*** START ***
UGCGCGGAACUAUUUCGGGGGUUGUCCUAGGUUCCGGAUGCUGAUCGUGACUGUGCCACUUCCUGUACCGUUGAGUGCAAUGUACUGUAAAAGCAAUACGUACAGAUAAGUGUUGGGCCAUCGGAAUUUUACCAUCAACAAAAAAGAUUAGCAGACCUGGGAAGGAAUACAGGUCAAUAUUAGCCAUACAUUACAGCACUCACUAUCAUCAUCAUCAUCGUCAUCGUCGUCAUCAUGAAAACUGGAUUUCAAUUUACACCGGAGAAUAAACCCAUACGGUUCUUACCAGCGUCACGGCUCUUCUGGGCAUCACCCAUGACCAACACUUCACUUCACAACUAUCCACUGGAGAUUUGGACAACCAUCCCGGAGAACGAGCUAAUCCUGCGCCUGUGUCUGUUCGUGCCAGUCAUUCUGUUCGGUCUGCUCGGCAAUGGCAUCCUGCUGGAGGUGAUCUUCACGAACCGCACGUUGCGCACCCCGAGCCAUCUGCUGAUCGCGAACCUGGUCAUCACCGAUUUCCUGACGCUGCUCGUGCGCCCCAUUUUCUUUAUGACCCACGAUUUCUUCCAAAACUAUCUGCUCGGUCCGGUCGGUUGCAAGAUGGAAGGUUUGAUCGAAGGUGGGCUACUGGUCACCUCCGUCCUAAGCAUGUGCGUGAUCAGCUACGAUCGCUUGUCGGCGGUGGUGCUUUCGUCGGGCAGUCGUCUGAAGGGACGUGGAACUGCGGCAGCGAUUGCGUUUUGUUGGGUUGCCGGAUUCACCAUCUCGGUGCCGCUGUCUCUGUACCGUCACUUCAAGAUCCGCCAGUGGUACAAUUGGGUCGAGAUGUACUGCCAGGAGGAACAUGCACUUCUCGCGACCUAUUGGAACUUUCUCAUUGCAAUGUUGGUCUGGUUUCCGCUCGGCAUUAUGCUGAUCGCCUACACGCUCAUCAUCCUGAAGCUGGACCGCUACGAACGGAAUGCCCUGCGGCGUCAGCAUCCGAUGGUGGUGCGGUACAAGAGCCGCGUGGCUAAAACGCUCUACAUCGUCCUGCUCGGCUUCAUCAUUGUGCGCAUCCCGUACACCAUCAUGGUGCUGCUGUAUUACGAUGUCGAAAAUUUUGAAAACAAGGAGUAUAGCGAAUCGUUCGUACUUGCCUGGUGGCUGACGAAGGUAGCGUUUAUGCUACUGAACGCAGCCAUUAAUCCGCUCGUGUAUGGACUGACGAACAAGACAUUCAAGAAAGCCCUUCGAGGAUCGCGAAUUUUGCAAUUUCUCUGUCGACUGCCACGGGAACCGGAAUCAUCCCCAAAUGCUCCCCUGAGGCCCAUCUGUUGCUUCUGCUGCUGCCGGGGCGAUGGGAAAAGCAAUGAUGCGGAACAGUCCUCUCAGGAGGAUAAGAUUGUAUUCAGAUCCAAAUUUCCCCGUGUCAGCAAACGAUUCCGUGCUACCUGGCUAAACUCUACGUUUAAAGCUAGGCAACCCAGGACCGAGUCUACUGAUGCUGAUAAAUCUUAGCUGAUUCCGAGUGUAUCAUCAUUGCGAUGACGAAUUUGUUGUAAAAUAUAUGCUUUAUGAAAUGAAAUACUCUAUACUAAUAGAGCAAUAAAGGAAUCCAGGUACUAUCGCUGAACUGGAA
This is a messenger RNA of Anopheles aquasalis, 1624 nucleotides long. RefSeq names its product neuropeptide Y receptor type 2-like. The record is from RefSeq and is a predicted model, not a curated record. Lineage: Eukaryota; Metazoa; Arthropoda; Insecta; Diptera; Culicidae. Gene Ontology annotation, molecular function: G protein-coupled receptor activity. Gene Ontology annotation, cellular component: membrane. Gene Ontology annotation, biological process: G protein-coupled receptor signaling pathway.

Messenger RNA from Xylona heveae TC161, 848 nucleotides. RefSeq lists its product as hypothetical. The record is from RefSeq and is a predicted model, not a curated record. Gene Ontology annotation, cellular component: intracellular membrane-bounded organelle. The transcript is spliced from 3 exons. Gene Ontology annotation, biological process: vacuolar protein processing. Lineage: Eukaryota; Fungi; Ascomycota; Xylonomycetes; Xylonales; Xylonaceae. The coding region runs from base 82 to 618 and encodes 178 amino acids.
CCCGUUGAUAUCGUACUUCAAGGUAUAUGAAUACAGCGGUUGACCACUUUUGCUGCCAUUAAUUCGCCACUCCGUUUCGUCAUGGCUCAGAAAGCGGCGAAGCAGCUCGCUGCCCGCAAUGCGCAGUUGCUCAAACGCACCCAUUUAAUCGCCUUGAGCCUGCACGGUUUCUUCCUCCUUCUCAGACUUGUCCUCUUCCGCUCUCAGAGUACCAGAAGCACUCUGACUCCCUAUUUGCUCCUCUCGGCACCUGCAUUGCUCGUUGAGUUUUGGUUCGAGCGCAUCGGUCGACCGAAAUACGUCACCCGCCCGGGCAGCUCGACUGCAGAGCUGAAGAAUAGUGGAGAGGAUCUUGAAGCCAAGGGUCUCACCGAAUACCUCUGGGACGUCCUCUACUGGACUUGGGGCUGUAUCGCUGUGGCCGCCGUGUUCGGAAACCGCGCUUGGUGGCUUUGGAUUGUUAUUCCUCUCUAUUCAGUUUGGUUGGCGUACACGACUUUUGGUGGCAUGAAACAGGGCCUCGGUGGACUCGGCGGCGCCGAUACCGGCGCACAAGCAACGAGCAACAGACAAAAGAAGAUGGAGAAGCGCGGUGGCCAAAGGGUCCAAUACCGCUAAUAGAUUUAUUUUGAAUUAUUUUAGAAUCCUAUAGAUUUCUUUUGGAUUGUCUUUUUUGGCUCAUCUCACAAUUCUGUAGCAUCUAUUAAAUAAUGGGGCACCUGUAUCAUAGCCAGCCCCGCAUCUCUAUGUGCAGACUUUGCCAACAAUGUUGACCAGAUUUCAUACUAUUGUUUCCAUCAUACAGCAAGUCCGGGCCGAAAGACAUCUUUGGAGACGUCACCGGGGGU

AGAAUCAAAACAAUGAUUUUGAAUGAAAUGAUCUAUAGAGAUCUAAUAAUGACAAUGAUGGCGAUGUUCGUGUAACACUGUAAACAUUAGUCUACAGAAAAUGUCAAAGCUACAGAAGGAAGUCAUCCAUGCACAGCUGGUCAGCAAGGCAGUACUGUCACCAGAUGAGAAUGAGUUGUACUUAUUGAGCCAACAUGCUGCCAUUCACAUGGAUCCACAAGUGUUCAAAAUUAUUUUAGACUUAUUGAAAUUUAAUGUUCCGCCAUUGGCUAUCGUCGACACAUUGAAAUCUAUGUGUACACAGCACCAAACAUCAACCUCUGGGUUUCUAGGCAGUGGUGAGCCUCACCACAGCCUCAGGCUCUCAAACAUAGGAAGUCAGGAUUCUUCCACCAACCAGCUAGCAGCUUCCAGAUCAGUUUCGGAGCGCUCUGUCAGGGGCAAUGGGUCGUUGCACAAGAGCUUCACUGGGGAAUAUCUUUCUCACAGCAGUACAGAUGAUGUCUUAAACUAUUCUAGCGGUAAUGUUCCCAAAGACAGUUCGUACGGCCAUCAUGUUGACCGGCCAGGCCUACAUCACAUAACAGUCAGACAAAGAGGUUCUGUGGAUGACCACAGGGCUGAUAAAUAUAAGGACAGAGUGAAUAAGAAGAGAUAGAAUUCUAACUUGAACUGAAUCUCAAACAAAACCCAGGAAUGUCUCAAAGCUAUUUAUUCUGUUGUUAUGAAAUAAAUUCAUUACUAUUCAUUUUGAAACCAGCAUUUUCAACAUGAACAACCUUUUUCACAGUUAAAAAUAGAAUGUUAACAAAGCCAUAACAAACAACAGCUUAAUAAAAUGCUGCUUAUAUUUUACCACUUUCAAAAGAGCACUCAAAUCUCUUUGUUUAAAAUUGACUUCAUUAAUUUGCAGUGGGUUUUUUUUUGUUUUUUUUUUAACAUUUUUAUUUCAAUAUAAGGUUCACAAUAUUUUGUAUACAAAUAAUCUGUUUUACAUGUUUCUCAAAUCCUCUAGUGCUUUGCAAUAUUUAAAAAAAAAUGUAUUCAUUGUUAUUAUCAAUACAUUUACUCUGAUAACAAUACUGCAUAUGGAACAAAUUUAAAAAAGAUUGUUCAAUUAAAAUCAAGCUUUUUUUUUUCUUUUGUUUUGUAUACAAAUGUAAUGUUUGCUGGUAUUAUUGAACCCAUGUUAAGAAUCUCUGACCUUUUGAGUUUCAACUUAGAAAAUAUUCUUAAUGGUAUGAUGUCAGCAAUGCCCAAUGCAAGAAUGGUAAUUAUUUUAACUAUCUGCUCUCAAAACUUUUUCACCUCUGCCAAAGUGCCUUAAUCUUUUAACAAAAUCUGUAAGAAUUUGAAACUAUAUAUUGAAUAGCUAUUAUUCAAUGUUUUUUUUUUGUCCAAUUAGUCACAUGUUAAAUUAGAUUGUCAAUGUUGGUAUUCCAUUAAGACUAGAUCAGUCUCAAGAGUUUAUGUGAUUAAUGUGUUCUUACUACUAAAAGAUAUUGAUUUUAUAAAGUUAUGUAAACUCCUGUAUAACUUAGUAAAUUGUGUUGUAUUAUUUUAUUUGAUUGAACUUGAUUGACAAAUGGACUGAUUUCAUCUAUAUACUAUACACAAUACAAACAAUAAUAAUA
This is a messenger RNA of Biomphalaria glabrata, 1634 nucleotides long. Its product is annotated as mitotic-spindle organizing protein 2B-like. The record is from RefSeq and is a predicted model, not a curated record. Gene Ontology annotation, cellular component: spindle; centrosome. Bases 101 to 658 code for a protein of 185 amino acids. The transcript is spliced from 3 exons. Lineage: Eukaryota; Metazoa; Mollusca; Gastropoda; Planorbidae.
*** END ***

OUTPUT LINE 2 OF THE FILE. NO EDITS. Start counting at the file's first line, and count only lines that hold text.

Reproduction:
This is a messenger RNA of Anopheles aquasalis, 1624 nucleotides long. RefSeq names its product neuropeptide Y receptor type 2-like. The record is from RefSeq and is a predicted model, not a curated record. Lineage: Eukaryota; Metazoa; Arthropoda; Insecta; Diptera; Culicidae. Gene Ontology annotation, molecular function: G protein-coupled receptor activity. Gene Ontology annotation, cellular component: membrane. Gene Ontology annotation, biological process: G protein-coupled receptor signaling pathway.